Scam “Remote In” Calls (and what to do about them)

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Have you received a call from “Microsoft” or another company claiming your computer has a virus? Did they ask for personal information such as a credit card number?

Do not fall for it. This is a SCAM.



The caller will ask for you by name explaining they a Microsoft technician. They regret to inform you that your computer is infected. They may be polite as they insist they can remedy this. You listen. After all, who wants an infected computer? The caller asks for details to remote in to fix the problem. During a more straightforward approach, the caller asks for some money in return for “guaranteed protection.”

While Microsoft may have customer service, they will never initiate a call about your computer. Any call about your computer problems must start with you, not them.


The easiest way is to hang up once they introduce themselves. Even a polite, I’m sorry you have the wrong number then immediate hanging up works. Block the number if possible.

If you have already answered, do not provide any personal information. Our motto is if you can’t see them and shake their hand in person, don’t trust them with your personal information (or computer).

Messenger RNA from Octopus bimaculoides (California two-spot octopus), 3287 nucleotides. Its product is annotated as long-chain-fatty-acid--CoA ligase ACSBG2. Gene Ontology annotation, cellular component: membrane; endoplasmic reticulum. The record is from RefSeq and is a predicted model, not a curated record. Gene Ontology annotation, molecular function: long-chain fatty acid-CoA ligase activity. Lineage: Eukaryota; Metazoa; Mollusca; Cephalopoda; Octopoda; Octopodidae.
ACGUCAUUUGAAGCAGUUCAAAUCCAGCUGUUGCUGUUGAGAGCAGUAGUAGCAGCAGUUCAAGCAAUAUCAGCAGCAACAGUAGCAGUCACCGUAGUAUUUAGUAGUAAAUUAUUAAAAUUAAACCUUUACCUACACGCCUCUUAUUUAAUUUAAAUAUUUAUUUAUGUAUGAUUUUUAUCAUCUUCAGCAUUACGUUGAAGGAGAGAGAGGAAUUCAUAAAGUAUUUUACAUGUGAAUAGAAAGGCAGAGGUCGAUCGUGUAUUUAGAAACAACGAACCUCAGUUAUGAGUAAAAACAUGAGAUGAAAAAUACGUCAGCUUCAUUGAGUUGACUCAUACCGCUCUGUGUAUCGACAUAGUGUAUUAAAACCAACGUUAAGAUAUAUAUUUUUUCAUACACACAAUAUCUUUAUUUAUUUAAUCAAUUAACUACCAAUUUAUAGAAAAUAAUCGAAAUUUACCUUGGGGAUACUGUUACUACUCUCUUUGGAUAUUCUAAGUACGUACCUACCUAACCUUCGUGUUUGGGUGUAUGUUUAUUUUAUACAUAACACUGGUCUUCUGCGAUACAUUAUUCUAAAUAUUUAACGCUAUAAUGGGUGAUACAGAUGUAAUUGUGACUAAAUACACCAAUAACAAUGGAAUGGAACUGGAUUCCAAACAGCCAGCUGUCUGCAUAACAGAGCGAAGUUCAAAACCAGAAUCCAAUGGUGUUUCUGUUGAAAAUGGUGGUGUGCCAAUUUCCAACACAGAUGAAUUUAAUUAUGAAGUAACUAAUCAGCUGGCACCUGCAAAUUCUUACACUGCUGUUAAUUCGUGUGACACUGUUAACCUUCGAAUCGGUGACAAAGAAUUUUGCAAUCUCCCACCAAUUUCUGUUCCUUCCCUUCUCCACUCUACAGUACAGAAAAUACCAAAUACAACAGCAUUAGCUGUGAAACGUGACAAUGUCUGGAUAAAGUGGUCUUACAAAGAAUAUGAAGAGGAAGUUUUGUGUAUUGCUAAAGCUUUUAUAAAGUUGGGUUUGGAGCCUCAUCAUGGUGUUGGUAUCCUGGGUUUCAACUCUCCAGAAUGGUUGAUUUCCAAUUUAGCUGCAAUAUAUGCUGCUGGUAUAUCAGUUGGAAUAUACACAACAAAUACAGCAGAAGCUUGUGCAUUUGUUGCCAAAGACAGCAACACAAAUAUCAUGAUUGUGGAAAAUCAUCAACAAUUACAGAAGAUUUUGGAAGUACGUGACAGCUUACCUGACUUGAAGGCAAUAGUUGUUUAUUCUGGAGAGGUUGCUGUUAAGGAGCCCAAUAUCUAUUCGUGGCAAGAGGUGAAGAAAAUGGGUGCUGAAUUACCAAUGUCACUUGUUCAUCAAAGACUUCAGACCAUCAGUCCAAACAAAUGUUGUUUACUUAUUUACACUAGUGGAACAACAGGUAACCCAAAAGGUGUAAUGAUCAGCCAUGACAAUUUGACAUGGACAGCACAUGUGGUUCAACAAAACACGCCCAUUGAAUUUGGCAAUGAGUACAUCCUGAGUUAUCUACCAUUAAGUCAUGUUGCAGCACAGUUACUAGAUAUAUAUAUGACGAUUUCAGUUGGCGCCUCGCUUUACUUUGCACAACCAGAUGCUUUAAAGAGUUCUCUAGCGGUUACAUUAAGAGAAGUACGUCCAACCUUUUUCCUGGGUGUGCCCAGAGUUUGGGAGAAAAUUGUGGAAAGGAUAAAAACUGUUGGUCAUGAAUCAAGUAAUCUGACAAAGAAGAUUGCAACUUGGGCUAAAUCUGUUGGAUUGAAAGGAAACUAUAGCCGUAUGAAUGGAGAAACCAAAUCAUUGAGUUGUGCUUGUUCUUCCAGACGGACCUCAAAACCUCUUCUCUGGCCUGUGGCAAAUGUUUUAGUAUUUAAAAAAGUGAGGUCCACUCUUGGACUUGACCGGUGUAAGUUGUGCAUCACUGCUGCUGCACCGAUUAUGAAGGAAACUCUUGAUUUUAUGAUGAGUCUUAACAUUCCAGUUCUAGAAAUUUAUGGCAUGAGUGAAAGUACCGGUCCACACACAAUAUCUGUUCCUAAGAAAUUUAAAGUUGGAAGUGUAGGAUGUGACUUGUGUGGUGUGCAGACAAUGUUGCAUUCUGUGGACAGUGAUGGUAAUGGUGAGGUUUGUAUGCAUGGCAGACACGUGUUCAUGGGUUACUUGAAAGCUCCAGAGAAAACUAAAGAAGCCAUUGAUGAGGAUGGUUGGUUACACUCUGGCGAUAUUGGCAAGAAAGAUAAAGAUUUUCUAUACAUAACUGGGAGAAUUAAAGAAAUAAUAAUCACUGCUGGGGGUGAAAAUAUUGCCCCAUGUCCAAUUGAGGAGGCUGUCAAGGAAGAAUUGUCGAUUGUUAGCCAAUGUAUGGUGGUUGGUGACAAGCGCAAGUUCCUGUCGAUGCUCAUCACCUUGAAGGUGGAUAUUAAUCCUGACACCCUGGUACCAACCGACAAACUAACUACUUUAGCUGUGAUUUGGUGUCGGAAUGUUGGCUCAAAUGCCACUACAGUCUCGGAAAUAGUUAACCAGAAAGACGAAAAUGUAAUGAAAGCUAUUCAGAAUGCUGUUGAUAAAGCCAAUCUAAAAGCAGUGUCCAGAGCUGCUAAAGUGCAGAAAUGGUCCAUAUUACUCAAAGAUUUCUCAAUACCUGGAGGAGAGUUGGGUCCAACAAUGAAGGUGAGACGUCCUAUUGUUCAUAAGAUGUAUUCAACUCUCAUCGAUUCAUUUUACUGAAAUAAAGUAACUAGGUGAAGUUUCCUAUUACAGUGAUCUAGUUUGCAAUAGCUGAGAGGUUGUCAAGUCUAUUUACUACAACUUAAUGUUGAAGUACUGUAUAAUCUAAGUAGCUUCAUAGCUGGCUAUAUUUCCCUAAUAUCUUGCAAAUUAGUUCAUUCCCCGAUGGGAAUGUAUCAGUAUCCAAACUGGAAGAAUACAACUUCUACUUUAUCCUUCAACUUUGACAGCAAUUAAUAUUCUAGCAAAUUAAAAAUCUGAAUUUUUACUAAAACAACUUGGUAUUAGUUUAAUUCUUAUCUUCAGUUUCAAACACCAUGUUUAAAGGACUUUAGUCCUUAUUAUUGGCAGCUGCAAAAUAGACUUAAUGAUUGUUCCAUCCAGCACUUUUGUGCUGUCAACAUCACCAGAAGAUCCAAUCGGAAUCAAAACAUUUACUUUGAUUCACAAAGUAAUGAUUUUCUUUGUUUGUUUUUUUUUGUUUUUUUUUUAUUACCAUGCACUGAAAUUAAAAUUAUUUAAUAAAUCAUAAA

The caller may try directing you to a particular website and may even ask you to download software. Don’t follow these instructions. Such sites are often built with hacking in mind and downloads created with the intention of infecting your computer.

If you’ haven’t ended the call, try getting the caller’s information. This can be handy for reporting scams to authorities. Find out more about this and other scams as well as how to report them at USA gov’s site. For more about Microsoft scam calls, go to Microsft’s website.




Don’t beat yourself up first and foremost. These things happen to the best of us. get-me-out-1605906_1920

Call your bank right away and let them know what has happened. Ask for their help in protecting your accounts. They have protocols in place to assist you.

Next, change all passwords (and usernames if possible) to accounts with sensitive materials such as bank accounts. Try to do this on a different computer, especially if you gave them control to remote in. They may have set up programs to track what you type and to spy on what you do.

Lastly, try to scan your PC with anti-virus and anti-malware programs such as CC Cleaner and Malwarebytes (both have a free version). Resetting your computer to a previous time using System Restore is another smart tactic to block scammers. Not computer savvy or don’t think you removed everything? Take your computer to the nearest IT business. Near or in Rock Valley? Cybrac will be happy to help with your situation!